LAS VEGAS — Consultant Bob Hobbi, president and facilitator for Scottsdale-based ServiceElements, calls it the other case for customer service. It's the concept of using customer service as the catalyst for a renewed, vigorous culture that in time can lead to vested employees, reduced turnover, and happier customers. The vicious circle that starts with high turnover rates, says Hobbi, can be remedied when a company has clearly defined goals and objectives, and an oft-stated corporate commitment.
Explains Hobbi, “One of the biggest challenges in today’s organization is the high degree of turnover. It’s a situation where because of the high turnover, it’s very difficult to have an organization that has a clear, concise set of goals and objectives, because of all this change.
“It’s tough to keep people on the same goals, the same page.”
Pay scales for line positions, he concedes, are an obstacle, but the lure of aviation which translates to job satisfaction, and having a culture in which people enjoy working, can significantly reduce the turnover issue, helping the business.
Companies first need to address causes for turnover, besides pay. The entry level line position is usually viewed as a temporary job, or a stepping stone, says Hobbi, to which almost immediately new hires become disinterested. “When they view us this way,” he says, “and the organization doesn’t have a focus, fueling airplanes and processing credit cards become very mechanical for these people. And they absolutely do not care.”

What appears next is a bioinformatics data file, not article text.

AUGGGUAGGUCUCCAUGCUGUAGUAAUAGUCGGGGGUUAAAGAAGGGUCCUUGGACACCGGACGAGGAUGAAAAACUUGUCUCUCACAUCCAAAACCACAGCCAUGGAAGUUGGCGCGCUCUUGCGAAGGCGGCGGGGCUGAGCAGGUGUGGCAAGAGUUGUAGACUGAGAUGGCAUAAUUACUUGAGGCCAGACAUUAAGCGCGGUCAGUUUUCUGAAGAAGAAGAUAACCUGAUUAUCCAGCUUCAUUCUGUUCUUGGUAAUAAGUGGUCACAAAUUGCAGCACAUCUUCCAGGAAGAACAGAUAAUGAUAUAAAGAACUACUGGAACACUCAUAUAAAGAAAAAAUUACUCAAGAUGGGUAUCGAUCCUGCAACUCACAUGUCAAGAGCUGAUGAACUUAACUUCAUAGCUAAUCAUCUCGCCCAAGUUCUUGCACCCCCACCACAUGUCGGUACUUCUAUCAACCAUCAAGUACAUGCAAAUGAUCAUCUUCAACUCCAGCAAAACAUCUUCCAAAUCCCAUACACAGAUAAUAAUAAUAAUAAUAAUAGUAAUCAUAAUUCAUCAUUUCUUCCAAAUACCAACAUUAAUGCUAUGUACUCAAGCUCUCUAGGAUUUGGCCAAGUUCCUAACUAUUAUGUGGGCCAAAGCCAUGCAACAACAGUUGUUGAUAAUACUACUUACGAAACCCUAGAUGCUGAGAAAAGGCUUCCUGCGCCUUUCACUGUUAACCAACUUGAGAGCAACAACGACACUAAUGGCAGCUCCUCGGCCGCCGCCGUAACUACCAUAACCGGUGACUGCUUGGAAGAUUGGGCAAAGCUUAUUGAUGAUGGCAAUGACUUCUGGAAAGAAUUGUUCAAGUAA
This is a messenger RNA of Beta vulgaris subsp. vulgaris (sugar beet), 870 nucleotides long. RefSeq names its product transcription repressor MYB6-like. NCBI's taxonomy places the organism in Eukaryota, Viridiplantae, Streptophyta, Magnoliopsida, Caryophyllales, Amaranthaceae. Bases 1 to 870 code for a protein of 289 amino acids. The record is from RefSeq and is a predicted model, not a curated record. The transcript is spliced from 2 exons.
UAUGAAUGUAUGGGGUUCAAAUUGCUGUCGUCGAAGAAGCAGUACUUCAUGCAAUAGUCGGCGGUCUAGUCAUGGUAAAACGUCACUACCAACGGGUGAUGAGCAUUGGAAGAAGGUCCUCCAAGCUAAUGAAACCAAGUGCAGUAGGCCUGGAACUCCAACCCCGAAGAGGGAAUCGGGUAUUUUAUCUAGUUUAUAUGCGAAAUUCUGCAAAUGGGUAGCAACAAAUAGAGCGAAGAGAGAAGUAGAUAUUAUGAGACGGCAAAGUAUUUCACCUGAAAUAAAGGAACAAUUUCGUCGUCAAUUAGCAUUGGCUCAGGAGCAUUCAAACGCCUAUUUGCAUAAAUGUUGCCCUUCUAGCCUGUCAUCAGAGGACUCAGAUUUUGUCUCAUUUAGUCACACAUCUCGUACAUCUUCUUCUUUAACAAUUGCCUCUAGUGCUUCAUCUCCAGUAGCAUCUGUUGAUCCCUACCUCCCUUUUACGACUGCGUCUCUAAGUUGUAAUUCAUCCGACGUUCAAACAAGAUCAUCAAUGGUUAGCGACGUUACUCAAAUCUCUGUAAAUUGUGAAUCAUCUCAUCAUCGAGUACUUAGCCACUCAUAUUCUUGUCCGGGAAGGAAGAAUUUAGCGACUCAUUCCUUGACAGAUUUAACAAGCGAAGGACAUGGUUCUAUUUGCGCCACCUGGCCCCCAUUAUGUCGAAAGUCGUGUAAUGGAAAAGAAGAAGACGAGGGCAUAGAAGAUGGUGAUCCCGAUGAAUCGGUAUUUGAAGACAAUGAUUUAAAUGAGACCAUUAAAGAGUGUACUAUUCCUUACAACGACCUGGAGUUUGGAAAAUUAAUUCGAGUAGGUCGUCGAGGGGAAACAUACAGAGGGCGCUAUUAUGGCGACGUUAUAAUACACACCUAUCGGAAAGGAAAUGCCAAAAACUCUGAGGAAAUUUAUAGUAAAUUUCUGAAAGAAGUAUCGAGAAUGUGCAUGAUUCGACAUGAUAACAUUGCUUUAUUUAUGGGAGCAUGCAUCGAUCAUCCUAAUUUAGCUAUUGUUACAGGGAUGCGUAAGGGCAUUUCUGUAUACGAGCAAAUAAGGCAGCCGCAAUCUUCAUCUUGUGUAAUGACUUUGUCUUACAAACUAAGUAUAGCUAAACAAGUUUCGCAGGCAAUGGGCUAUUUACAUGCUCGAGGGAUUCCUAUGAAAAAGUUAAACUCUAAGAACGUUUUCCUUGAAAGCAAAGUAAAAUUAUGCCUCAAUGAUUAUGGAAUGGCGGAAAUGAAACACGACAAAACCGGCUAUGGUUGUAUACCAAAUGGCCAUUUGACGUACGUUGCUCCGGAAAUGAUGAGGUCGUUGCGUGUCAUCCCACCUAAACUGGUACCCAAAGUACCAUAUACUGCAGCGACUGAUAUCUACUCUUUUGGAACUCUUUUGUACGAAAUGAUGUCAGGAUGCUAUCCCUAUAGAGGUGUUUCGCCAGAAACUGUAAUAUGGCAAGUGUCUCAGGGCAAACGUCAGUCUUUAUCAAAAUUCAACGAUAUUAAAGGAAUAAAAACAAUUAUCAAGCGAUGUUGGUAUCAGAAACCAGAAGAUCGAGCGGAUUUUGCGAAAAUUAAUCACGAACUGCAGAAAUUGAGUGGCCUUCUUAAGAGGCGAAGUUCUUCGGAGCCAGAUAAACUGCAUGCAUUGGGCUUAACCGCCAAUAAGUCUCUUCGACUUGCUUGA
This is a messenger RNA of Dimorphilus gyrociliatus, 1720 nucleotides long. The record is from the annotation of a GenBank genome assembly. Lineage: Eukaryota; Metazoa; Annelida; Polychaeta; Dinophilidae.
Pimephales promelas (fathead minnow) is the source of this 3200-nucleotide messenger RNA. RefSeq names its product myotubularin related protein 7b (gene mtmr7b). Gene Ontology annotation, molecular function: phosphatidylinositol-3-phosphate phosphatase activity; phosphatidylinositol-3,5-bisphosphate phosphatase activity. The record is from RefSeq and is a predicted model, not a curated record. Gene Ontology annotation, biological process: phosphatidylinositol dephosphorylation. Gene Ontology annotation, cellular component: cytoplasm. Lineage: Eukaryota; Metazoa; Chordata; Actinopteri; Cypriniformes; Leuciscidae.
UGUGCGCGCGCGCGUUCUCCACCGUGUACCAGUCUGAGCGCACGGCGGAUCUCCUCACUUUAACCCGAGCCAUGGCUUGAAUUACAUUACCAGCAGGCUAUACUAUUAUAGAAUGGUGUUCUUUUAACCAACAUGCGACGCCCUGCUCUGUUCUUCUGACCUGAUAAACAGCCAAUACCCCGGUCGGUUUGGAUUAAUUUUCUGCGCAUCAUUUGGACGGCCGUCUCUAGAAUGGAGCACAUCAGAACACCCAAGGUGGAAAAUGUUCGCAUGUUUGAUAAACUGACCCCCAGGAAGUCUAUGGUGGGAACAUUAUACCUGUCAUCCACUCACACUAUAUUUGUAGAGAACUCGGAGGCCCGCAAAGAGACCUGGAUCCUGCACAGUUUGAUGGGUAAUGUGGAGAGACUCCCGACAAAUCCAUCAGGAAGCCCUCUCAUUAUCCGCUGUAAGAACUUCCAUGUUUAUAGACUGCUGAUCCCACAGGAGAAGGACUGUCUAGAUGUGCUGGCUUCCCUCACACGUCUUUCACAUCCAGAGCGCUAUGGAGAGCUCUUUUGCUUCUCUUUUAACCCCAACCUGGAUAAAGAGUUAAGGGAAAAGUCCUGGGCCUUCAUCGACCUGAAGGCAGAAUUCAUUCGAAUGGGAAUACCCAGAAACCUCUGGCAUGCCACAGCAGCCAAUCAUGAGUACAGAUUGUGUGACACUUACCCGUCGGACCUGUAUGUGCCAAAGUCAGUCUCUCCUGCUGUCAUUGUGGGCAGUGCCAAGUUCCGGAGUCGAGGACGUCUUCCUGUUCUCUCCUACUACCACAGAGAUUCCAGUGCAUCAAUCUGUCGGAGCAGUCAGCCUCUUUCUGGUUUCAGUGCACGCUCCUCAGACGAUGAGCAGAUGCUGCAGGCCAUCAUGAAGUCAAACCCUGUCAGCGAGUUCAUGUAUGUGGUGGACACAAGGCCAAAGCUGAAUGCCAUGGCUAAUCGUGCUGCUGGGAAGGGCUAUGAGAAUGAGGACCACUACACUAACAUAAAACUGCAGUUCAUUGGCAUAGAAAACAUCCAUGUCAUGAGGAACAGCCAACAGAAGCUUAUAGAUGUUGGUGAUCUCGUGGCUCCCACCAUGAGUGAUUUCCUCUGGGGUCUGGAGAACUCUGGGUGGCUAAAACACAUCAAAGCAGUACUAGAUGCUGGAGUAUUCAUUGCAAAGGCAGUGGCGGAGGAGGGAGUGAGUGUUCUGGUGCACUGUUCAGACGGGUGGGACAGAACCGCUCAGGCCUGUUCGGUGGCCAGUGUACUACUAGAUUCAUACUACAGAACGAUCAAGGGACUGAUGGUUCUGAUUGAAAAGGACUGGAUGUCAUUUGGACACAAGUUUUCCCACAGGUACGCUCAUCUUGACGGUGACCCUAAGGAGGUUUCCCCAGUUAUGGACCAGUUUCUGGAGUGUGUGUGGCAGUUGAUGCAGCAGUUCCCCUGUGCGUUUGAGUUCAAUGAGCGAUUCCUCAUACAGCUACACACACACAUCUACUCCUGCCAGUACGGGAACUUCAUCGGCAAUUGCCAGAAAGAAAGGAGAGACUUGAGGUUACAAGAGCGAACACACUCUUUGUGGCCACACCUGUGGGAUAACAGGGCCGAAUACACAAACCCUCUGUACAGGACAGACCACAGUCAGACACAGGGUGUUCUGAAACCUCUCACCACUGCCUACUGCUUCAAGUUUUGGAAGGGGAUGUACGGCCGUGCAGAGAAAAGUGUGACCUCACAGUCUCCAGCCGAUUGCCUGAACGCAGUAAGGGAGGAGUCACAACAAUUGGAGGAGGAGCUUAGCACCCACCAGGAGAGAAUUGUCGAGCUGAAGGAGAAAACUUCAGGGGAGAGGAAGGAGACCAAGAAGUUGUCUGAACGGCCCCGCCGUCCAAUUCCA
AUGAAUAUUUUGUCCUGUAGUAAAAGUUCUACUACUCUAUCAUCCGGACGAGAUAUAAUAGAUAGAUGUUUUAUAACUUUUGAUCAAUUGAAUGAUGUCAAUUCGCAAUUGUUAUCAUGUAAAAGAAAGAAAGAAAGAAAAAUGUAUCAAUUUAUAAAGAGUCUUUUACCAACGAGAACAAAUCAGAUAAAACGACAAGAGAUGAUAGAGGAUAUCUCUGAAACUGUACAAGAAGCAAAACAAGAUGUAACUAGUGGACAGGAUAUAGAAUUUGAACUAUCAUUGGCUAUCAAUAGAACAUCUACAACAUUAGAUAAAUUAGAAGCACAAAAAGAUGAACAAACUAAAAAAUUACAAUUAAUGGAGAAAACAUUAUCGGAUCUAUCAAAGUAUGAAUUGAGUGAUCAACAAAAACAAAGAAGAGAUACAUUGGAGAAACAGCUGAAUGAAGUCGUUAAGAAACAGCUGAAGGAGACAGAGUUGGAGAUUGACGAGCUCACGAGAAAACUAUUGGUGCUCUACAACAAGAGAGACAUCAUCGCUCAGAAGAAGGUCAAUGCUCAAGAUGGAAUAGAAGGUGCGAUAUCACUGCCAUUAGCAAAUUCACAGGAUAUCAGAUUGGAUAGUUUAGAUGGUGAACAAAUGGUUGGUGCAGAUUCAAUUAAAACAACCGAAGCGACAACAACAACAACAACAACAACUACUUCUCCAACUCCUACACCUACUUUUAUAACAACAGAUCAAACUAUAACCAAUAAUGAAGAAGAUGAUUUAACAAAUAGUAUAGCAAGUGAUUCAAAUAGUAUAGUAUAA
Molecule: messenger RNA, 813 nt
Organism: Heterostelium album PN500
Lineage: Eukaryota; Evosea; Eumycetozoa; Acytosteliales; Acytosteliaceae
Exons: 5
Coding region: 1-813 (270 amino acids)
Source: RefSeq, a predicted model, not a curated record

Worse, says Hobbi, is that attitude transfers to the customer experience; it detaches them. “That leads to the customer not caring about the FBO (fixed base operation) and then it all comes down to, How cheap can I get my fuel? They don’t care about the lobby, the coffee, the meeting rooms, the hi-speed Internet.”
Bring customer service into the company as a cultural event, he advises. Talk about it; meet about it; define goals. Ensure one shift is talking with the next to ensure consistency. And, adds Hobbi, set the example and the bar.
“If as the leader of an organization you’re constantly pointing out when employees demonstrate going beyond the norm, you’re also letting everyone in the organization know what impresses you as the leader.”
’Thinking and Agreeing’
“What you want,” explains Hobbi, “is to get people thinking about customer service, what it is, and agreeing on it. By having it as the main focus, you showing you have a goal: taking care of customers. To do that, you need employees to be talking with one another; talking to each other at a shift change about airplanes that need to be made ready. We don’t want the pilots to show up and find their aircraft buried in the back of the hangar.”
Detached employees have as their goal getting the paycheck, says Hobbi, with little interest in going above and beyond what’s expected.
Once leadership commits to creating the customer service culture, the next step is to drum a steady beat of the goals to employees, says Hobbi. “It’s newsletters; championing people who are going the extra mile for customers; patting them on the back publicly. Not just focusing on the mechanics of the job,” he explains.
“We’re competing with other lower paying jobs, but we have that aviation aura that still has a certain level of sexiness to it, especially for entry level people. It’s not like getting a job at a gas station or flipping hamburgers. We’re getting young folks who can get really excited about being around airplanes. It’s a thing we don’t always use. For a kid in college, coming to the airport and watching these operations going on, it’s an exciting place.”
More than money, people have to enjoy what they do, says Hobbi. The fact that customer service in itself can seem an abstract concept can be a benefit — management can define it in a way that is flexible but appropriate for the clientele.
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